HOPE worldwide: UAA’s chance to make a difference

HOPE worldwide, founded in 1991, connects people with local volunteering opportunities. The Anchorage chapter branched out to take the form of a UAA club last year.

HOPE worldwide members Erin Schroeder, Mari Gorash, Artie Gorash and Symonne Caraway. Photo credit: Mary Ryan.
HOPE worldwide members Erin Schroeder, Mari Gorash, Artie Gorash and Symonne Caraway. Photo credit: Mary Ryan.

“Volunteering and service is the universal love language,” member Artie Gorash said.

Though he had been part of other chapters for over a year, Gorash joined the campus group when he started the nursing program at UAA. 

“A lot of the time we think that little acts of service mean nothing, but to the people you’re helping, it means everything,” Gorash said.

Artie Gorash’s spouse, Mari Gorash, is the president of UAA’s HOPE worldwide club.  She was part of Simple Truth, a Christian campus club that decided to shift to a community-service focus. The club changed into an extension of HOPE worldwide, which was affiliated with the church that some of the members attended.

The club is faith-based, meaning that it is a response to the Biblical call to serve those in need. However, this does not mean that members must be Christian.

UAA’s HOPE worldwide volunteers at the Boys and Girls Club, the Abused Women’s Aid in Crisis shelter, or AWAIC, Alaska Food Bank and Beans Café. The group recently partnered with the Age and Disability Resource Center.

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“We work a lot with kids, but we also wanted to reach the older people in the community as well as people with different abilities,” Mari Gorash said.

HOPE worldwide serves the community in a wide variety of ways. One of the free services that HOPE worldwide provides through the Age and Disability Resource Center is installing handrails in houses. This is for people who want to go back home from the hospital but can’t because they don’t have the tools to live safely.

“There are people who call us who just need help cleaning up or they just need company,” Mari Gorash said. “The goal is to be ready to serve those in need at all times.”

Mari Gorash, who is pursuing a human services degree said, “My favorite part is feeling like, even if it’s just something small that we do, that it makes a big impact on the people that we’re [helping].”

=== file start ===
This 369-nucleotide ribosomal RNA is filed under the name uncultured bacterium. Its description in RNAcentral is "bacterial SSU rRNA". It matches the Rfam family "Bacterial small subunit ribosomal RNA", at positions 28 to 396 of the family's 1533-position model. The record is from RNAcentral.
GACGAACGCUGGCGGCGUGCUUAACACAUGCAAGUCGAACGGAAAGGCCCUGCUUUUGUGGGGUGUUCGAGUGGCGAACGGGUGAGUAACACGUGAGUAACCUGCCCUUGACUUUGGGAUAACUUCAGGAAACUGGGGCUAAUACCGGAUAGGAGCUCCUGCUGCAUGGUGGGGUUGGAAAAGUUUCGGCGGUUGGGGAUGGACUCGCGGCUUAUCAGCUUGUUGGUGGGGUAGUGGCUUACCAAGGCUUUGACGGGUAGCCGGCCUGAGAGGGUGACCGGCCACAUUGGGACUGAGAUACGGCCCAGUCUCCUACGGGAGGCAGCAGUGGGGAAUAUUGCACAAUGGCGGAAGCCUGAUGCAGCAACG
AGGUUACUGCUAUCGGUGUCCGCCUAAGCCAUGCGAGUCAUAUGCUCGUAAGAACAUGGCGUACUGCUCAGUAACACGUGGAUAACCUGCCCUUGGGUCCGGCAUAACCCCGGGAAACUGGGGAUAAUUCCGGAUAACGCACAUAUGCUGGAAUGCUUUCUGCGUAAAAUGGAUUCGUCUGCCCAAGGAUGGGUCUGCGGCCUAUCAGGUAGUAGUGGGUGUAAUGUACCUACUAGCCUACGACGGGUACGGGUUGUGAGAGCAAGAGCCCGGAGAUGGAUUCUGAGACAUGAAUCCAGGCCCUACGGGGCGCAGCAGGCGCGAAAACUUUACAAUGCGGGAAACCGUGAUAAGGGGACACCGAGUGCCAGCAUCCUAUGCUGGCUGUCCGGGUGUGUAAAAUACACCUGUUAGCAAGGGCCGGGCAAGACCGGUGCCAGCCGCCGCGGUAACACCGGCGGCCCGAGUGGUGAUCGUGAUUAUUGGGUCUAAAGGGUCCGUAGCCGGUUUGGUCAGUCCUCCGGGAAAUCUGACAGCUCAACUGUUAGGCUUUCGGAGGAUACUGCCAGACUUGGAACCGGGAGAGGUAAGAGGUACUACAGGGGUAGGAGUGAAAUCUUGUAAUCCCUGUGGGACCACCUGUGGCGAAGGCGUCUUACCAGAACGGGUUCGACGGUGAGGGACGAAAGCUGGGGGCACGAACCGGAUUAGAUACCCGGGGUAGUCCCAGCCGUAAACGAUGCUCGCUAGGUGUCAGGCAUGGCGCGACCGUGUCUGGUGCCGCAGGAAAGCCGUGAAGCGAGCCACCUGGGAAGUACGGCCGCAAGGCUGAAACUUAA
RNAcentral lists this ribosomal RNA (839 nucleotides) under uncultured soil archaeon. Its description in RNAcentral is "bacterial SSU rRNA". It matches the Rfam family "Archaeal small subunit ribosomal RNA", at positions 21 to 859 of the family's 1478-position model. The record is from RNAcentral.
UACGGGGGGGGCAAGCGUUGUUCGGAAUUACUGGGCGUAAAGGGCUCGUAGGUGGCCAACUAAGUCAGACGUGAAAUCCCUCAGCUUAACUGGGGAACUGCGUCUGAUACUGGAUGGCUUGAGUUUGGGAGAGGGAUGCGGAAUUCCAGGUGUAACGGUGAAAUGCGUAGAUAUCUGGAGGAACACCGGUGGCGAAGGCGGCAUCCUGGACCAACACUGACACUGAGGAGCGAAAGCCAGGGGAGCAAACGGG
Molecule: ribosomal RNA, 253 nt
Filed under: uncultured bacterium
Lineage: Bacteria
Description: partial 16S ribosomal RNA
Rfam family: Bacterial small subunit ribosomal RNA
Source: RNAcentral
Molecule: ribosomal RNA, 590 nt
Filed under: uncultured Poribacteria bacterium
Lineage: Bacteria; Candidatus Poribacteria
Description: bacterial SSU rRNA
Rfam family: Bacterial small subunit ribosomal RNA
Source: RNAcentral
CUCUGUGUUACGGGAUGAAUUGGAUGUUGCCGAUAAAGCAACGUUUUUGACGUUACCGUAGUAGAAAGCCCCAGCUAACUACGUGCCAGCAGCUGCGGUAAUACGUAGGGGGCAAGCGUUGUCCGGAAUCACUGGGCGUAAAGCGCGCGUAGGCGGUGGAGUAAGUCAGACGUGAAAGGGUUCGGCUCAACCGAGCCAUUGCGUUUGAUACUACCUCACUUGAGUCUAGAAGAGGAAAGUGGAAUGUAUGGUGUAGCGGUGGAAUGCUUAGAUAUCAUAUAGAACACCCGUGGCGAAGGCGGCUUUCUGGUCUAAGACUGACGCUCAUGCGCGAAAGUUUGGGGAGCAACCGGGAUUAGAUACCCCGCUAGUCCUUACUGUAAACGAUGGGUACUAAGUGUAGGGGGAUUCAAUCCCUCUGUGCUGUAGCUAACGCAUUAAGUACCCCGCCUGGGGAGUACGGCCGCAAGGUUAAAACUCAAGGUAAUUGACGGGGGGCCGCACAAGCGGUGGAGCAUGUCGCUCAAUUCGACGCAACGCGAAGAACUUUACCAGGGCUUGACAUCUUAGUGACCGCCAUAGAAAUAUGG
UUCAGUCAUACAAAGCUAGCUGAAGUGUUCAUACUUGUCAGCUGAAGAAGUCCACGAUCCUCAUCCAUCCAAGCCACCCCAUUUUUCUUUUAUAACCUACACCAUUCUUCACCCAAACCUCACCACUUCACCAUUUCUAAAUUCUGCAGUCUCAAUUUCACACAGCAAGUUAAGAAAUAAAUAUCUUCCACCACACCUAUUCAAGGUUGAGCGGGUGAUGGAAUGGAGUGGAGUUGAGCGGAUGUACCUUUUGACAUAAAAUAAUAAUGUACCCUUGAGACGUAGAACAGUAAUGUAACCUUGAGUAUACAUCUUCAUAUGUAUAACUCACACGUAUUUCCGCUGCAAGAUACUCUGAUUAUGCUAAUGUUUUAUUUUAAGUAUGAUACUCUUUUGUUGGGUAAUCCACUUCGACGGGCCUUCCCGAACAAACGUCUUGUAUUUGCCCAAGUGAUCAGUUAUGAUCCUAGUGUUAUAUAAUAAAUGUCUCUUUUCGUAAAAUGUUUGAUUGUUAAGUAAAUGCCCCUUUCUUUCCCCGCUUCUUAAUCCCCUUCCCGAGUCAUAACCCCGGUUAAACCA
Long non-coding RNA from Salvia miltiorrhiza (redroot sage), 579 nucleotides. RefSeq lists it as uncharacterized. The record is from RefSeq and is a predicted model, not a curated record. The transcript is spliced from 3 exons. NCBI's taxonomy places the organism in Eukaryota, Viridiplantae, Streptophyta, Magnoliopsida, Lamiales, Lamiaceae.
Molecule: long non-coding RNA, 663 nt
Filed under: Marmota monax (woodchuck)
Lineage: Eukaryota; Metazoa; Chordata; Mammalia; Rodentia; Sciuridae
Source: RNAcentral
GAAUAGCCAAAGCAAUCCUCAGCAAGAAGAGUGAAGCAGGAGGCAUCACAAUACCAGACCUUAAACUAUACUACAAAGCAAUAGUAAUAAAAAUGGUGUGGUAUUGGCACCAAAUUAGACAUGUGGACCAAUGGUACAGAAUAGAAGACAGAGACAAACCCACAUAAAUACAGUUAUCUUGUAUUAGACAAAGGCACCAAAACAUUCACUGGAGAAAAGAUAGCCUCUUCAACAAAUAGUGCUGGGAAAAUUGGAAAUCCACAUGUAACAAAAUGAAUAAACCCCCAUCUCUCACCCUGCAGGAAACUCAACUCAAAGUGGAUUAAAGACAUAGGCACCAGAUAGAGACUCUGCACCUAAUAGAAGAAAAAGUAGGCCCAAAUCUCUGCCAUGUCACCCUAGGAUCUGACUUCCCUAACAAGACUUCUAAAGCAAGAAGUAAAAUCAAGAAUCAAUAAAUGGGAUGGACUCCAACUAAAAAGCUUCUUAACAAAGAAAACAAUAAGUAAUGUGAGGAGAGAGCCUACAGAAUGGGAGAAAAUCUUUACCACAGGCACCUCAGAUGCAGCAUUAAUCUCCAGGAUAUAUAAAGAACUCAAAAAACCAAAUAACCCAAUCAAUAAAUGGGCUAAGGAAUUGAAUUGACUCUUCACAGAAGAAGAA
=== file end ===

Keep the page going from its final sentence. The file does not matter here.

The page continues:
HOPE worldwide has also given her experience working with people.  

“With human services, I don’t think it will be easy. I think there will be some really crazy things that happen, but it’s good for me to see what helping people in this capacity looks like,” she said.

She also enjoys working with children and empowering people to make a difference in the lives of others.

Erin Schroeder, who works for a nonprofit organization called Gateway to the Arctic Camp, had also previously been involved in a different chapter of HOPE worldwide. She joined UAA’s group in October of last year when she moved to Anchorage.

“[My favorite part is] just being able to work alongside people who genuinely want to help in whatever way is needed… It’s a really good way to build friendships with people because we are working together towards a common goal,” Schroeder said.

Artie Gorash said his personal goal for the group was “to just help people see how the thing that they are missing in their lives is helping other people… a lot of the time in society we are so self-centered. The thing that we need in life is to serve others.”

The group meets at Boys and Girls club and AWAIC throughout the week as members are able.

Coming up next for HOPE worldwide is participating in Box Build at the Alaska Food Bank on March 16, from 1 to 4 p.m.

The group is also hosting Art Night on March 29 from 7-9:30 p.m. in the Den. This is a social event meant to connect people with artistic talents on campus. UAA students can contact Mari Gorash to sign up to showcase their work.

For more information visit the HOPE worldwide website, Facebook page or contact Mari Gorash at (907) 791-0151.